Caris LeVert wasn’t guaranteed a spot in the Nets’ rotation heading into training camp, notes Michael Scotto of The Athletic, but through two games he looks like the early favorite for Most Improved Player. LeVert torched the Knicks for a career-high 28 points Friday night, including the game-winning shot. That followed a 27-point outburst against the Pistons in the season opener.

A month ago, LeVert was part of a large group in Brooklyn battling for playing time. He was competing with DeMarre Carroll, Joe Harris and Allen Crabbe at the wings and D’Angelo Russell, Spencer Dinwiddie and Shabazz Napier in the backcourt. LeVert’s transformation may be shocking to outsiders, but teammate Jarrett Allen said it has been building for a while.

“We saw it during the summer,” he said. “We knew it was coming, but coming out and playing like this not even we expected him scoring almost 30 points every night, but he’s coming out and showing all the work he’s done this summer is paying off.”
There’s more from New York City:
  • The rivalry between the Knicks and Nets may be more intense next summer than it is during the season, writes Marc Berman of The New York Post. Both teams should be in the running for lottery picks and both will have plenty of cap room to make a splash on the free agent market. Berman suggests that Brooklyn, which may be in position to offer two max contracts, could really heat things up by pursuing Kristaps Porzingis, who will be a restricted free agent after the deadline for an extension passed without a deal. The Nets can offer him a chance to play alongside fellow Latvian Rodions Kurucs.
  • If the Knicks can’t get a star to take a max offer, they could spend some of their money on Dinwiddie, Berman adds in the same piece. He notes that New York tried to work out a deal for the Nets guard in February, but decided the price was too high and opted for Emmanuel Mudiay instead.
  • David Fizdale’s relaxed exchanges with the media are a sign that a transformation has taken place among Knicks management, contends Harvey Araton of The New York Times. Owner James Dolan has produced a smothering environment among previous coaches, but Fizdale feels free to be open and honest in his assessment of players.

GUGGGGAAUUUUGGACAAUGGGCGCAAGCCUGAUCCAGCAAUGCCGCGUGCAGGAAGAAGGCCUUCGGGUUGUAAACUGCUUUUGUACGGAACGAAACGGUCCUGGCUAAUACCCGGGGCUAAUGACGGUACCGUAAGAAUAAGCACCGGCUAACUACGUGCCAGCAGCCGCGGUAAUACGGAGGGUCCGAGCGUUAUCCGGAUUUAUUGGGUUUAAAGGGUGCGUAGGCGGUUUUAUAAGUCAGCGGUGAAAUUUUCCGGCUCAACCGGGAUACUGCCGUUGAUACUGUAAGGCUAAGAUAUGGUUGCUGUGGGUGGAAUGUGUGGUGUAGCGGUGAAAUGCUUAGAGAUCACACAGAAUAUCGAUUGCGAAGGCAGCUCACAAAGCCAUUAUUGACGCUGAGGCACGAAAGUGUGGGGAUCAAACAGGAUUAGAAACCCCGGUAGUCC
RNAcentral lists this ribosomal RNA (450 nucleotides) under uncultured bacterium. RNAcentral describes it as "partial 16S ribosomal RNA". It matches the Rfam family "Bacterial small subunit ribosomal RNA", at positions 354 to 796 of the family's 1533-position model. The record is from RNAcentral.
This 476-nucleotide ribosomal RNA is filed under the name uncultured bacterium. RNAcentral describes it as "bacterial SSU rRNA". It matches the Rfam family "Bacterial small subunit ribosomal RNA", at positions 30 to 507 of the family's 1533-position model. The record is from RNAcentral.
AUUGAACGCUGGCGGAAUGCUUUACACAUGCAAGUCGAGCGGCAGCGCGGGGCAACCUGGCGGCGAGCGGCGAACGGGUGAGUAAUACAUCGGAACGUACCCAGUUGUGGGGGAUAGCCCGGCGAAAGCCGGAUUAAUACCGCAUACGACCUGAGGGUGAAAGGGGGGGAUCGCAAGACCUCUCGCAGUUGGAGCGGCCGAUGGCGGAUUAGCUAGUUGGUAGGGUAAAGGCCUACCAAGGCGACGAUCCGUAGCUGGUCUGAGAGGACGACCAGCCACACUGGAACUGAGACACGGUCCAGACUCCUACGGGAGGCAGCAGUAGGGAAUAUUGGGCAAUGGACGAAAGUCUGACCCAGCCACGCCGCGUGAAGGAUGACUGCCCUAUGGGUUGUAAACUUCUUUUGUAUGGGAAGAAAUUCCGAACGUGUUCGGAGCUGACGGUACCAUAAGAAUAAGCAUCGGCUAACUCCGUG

Nets Exercise 2019/20 Options On LeVert, Allen

The Nets have exercised their 2019/20 team options on the rookie contracts of Caris LeVert and Jarrett Allen, the team announced today in a press release. The moves were mere formalities that come well in advance of the October 31 deadline.

Picking up LeVert’s fourth-year option will lock him in for 2019/20 with a very modest cap charge of $2,625,718. That’s a bargain for the 24-year-old, who is coming off a promising sophomore season in which he averaged 12.1 PPG, 4.2 APG, and 3.7 RPG with a .435/.347/.711 shooting line. He’ll be eligible for a rookie scale extension during the 2019 offseason.

As for Allen, his ’19/20 option, worth $2,376,840, is for his third NBA season — Brooklyn will have one more option decision to make on him next fall, for his fourth year (2020/21). The 20-year-old center averaged 8.2 PPG and 5.4 RPG in 72 games (31 starts) for the Nets as a rookie after being selected with the No. 22 pick in the 2017 draft.

Be sure to check out our tracker for a breakdown of all the decisions on 2019/20 rookie scale options that NBA teams must make by October 31.

Jimmy Butler Returns To Timberwolves’ Practice

Three weeks after his trade request went public, Jimmy Butler returned to the Timberwolves‘ facility and practiced with the team today, reports ESPN’s Adrian Wojnarowski (via Twitter).

While Butler’s participation in practice doesn’t necessarily mean a trade won’t happen, it’s another indication that he won’t sit out once the regular season begins next week. Of course, that was never really a realistic option for Butler, since – as ESPN’s Bobby Marks tweets – the NBA’s Collective Bargaining Agreement features language that makes a holdout impractical.

According to Wojnarowski (via Twitter), Butler was vocal during today’s practice, verbally challenging coaches, teammates, and the front office, including Tom Thibodeau, Scott Layden, Karl-Anthony Towns, and Andrew Wiggins. Woj describes the 29-year-old as “vociferous and emotional at times,” adding in a second tweet that at one point, Butler screamed at Layden, “You (bleeping) need me. You can’t win without me.”